Tag Archives: banks

Federally Funded Small Business Financial Port in a Storm

Bridge financing? A few thousand dollars just to tide us over? I’ve been there, and, in fact, I’ve been there to the tune of $65,000 in credit card debt, which is definitely not the best way to do it.

So I’m noticing today that the US Small Business Administration (SBA) is making good on a promise with the announcement of details for what I call its “port in a storm” program, alias ARC loans, meaning up to $35,000 in deferred payment debt for small companies with 1.) a problem; and 2.) a foreseeable future way out of that problem.

How much will it help? Diana Ransom calls it Financial Help for a Few Lucky Shops in her Wall Street Journal Smart Money column.

Beginning on June 15, the agency will begin doling out 10,000 deferred-payment loans of up to $35,000 to small businesses that are struggling to stay afloat.

The most interesting number in that statement is 10,000. On one hand, that’s a drop in a 24-million-small-businesses bucket. On the other hand, though, traditionally only a few small businesses actually find their way through the banking maze into the helpful programs of the SBA.

To get the real info, click here to go straight to the SBA’s page announcing the program. You’ll see fairly quickly there that ARC stands for American Recovery Capital; and, more important, this is for “viable” companies:

viable small businesses facing immediate financial hardship to help ride out the current uncertain economic times and return to profitability.

In her WSJ piece, Diana lists pros (no fees, no interest, deferred payments, and extra cash flow) and cons of the program. The cons start with the limited number of loans, then add some doubt about banks being happy to participate, and then the real heart of it, eligibility:

Businesses are required to show that they were either profitable or maintained a positive cash flow in at least one of the past two years. A business also needs to demonstrate — via quarterly cash flow projections — its ability to meet current and future debt obligations, including future repayment of the ARC Loan.

So eligibility goes straight to the catch 22 of bank financing, which has always been there, and probably will always be there: banks aren’t allowed to take risks. Don’t be hard on them, it’s banking law, to protect the depositors’ money, but still, an important truth: If your company really, really needs the money, then you’re probably not eligible.

Pendulum Swings Against Business. And Banks. And Bonuses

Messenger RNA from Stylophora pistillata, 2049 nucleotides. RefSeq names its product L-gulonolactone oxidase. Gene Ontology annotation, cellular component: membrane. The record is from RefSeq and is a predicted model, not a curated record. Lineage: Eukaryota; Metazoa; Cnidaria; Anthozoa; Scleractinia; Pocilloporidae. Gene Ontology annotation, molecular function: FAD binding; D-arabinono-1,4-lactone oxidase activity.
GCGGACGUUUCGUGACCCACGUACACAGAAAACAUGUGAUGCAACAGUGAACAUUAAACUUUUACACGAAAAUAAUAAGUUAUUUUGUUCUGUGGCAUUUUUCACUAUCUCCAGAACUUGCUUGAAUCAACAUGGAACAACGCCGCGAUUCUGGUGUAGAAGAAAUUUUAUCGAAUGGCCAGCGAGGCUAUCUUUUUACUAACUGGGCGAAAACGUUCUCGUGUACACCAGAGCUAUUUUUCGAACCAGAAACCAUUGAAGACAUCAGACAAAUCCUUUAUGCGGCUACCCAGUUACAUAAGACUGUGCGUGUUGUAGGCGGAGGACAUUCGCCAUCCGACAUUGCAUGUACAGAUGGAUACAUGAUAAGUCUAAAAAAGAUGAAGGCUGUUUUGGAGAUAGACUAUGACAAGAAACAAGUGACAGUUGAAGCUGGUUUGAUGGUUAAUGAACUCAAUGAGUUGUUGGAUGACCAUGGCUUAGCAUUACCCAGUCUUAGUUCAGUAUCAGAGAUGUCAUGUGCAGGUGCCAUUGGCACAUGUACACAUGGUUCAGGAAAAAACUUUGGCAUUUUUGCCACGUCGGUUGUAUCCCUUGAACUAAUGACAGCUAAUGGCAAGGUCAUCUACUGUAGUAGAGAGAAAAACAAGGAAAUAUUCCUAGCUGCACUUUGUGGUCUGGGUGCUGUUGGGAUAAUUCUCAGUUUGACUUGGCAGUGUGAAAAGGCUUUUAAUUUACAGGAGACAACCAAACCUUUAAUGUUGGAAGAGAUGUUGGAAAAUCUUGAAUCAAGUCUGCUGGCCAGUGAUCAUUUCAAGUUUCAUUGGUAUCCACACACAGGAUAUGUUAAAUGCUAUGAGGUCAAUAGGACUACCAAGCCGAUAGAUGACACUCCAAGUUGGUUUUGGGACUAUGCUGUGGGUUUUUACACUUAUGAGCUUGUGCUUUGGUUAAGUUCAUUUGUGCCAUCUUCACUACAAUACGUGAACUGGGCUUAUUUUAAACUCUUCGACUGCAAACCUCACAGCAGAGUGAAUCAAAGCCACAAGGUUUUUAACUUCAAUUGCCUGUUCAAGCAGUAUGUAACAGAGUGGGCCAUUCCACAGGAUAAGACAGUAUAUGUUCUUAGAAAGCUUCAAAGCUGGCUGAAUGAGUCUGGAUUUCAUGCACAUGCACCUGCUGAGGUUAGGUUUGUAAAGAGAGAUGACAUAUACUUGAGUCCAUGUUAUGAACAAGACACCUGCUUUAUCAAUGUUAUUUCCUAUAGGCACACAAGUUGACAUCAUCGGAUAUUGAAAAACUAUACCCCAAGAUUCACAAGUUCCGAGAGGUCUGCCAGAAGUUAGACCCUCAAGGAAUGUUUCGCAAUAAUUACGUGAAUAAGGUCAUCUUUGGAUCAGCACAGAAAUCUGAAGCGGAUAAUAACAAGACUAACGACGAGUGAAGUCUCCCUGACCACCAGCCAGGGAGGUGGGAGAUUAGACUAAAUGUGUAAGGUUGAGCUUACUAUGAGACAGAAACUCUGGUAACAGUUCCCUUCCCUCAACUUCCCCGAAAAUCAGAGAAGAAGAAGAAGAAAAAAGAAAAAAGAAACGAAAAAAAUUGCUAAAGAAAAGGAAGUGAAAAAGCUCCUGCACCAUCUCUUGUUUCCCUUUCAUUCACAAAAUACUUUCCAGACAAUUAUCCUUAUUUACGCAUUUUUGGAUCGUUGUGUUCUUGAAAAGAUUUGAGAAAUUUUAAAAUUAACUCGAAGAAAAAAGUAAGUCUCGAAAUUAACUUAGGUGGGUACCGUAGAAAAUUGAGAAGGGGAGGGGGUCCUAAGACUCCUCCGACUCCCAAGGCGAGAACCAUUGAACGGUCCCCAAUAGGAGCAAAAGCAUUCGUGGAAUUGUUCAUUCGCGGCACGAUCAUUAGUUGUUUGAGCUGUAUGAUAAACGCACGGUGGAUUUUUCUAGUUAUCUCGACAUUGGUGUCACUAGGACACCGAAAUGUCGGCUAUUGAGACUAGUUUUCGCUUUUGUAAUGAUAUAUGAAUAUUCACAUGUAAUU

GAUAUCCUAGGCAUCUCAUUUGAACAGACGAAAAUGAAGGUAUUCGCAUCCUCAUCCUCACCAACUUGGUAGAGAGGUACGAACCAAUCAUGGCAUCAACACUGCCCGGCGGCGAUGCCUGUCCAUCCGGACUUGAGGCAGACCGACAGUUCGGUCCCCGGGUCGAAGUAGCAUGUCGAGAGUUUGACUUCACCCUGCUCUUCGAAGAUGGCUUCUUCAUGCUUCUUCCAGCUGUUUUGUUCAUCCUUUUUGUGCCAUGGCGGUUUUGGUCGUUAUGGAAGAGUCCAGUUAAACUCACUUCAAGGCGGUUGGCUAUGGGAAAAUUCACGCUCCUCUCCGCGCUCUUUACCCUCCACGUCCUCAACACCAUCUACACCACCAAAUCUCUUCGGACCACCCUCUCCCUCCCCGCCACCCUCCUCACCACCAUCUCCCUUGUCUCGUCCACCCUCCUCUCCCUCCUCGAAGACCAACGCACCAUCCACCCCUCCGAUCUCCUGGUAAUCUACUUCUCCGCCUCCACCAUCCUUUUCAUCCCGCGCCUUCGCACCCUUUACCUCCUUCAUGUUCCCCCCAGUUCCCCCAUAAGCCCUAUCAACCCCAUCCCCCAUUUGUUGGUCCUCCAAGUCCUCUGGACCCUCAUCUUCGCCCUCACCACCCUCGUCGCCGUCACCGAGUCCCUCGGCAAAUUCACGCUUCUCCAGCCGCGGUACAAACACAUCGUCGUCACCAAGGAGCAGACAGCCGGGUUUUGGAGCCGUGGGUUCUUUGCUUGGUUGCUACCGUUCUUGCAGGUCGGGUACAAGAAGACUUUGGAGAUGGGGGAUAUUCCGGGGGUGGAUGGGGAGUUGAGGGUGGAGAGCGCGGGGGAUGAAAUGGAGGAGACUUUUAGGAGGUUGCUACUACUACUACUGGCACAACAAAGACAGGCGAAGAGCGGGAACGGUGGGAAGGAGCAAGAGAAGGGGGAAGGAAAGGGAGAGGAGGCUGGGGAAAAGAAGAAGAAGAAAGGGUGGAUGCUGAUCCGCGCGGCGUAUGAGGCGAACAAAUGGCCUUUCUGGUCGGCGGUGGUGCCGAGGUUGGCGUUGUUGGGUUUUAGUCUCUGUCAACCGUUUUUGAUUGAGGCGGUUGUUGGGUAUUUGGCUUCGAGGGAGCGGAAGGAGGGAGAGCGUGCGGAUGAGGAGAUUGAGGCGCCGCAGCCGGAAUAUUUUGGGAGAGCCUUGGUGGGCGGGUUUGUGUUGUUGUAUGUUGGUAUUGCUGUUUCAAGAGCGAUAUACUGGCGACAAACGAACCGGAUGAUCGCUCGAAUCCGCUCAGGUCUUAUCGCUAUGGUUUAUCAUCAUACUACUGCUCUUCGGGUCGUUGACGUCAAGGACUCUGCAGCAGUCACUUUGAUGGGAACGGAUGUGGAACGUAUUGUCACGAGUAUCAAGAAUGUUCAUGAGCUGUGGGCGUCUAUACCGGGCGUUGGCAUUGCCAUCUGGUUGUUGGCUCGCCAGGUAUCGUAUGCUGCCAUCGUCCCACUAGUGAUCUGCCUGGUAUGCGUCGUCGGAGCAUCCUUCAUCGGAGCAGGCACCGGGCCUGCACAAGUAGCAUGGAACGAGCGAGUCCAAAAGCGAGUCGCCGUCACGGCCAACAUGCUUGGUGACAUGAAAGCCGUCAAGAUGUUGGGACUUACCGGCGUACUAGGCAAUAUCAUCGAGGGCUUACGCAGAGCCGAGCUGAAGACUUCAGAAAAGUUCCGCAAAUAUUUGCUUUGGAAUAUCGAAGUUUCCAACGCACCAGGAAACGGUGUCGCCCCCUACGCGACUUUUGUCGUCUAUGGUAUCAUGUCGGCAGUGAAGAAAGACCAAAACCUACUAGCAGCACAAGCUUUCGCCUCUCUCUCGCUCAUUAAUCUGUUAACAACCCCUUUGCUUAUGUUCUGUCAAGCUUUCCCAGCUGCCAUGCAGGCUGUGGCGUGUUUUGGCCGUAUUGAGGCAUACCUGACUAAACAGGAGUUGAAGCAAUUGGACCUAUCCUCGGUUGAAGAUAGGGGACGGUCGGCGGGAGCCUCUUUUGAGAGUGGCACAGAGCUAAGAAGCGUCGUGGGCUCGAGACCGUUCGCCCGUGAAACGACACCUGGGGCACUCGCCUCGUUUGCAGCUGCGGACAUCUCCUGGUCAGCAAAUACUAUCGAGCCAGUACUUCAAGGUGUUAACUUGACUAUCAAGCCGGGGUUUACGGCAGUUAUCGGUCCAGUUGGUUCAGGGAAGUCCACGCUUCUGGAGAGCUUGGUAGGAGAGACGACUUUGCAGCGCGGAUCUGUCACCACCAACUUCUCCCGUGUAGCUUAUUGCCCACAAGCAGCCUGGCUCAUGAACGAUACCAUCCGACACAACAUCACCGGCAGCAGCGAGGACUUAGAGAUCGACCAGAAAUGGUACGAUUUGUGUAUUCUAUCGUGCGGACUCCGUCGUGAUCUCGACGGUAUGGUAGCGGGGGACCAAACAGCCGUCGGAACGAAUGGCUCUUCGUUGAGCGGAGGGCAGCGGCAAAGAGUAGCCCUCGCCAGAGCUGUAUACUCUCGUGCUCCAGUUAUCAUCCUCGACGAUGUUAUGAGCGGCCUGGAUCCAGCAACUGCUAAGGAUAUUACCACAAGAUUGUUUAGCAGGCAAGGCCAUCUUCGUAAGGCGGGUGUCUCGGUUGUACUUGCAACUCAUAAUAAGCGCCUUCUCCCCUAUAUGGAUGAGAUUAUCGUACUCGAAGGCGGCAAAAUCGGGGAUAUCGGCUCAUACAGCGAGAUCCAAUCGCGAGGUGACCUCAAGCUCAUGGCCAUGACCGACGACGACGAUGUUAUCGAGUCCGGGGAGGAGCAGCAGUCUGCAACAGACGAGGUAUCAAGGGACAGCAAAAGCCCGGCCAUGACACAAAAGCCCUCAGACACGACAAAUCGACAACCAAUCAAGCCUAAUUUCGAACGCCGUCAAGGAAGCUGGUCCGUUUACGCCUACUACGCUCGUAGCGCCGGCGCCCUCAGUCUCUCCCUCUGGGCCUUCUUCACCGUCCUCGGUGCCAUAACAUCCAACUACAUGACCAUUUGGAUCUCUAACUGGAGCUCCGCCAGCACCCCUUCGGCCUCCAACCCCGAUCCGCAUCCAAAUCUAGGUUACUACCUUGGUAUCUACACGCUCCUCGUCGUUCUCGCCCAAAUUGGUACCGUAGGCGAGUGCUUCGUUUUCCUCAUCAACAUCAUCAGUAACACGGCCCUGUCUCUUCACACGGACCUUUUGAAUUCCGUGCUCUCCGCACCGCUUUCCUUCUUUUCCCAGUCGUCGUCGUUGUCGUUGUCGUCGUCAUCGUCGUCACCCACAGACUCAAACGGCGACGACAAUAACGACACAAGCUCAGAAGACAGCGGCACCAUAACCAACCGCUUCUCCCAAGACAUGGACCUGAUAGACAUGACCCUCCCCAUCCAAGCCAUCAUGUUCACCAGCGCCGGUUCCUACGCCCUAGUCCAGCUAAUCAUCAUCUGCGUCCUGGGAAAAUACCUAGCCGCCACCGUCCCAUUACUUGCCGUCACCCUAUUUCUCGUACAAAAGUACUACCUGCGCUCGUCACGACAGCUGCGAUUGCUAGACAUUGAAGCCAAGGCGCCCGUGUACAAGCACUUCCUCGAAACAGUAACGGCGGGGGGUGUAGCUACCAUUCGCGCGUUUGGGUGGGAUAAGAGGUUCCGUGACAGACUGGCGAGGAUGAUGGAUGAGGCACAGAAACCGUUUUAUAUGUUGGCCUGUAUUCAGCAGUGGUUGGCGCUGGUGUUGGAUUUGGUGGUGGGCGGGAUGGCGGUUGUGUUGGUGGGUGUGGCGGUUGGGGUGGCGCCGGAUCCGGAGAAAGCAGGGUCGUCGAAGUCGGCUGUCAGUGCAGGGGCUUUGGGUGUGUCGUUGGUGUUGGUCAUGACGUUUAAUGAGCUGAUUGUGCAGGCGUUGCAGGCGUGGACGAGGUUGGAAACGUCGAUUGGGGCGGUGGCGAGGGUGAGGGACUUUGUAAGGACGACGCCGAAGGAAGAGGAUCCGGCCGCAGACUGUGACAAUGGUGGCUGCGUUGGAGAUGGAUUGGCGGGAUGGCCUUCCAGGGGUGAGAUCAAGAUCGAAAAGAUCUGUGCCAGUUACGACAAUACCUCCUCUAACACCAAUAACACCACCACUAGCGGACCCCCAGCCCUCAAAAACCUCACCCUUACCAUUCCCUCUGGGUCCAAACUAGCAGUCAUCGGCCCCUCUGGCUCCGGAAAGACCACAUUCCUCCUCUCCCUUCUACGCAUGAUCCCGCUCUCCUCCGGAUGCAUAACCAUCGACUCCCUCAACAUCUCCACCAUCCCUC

Two Very Important Sentences:

Fred Wilson of AVC posted my favorite line from the president’s press conference yesterday; and the whole post — brilliant blogging, in my opinion — was this simple quote:

At the same time, the rest of us can’t afford to demonize every investor or entrepreneur who seeks to make a profit. That drive is what has always fueled our prosperity, and it is what will ultimately get these banks lending and our economy moving once more.

Good point. Thanks Fred, and thanks Mr. President. Somebody should say it.

A Catch 22 on Banks

Talk about on again — off again — on again:

  1. They wrote all those banking laws back in the first great depression when banks were caught speculating with depositors’ money. So banks weren’t allowed to invest in, say, a good business plan. Instead, they had to have collateral. The world wanted banks to play it safe.
  2. Then in the great boom days of the last 10-15 years, banks were set free and they started using “yoopeee” as their philosophy of loan management. And we loved it. We said “Yoopee” too. That is, until they crashed and burned. And got bailed out with our money.
  3. Now there’s a credit crunch and we want the banks to lend again. So do I. But do we want them to make bad loans, or risky loans? Isn’t that what got us into this mess.

And How Did Bonus Become a Bad Word?

OK I know the answer; anybody who hasn’t been living in a cave knows how bonuses got a bad name: excess and greed in large business. Bailouts and bankruptcies and lavish bonuses don’t go together. Thank you, big business, thank you, big banks, and, specifically, AIG; but they’re not alone.

But what about the rest of us, in small business, where a bonus is a reward for a job well done? Where people get an extra month or two of salary if — and only if — the company makes a profit? Bonus isn’t a bad word, or shouldn’t be. No profits, then no bonus.

This isn’t lavish excess. This is sharing profits, working and thinking as a team. And it’s a good thing, not a bad thing.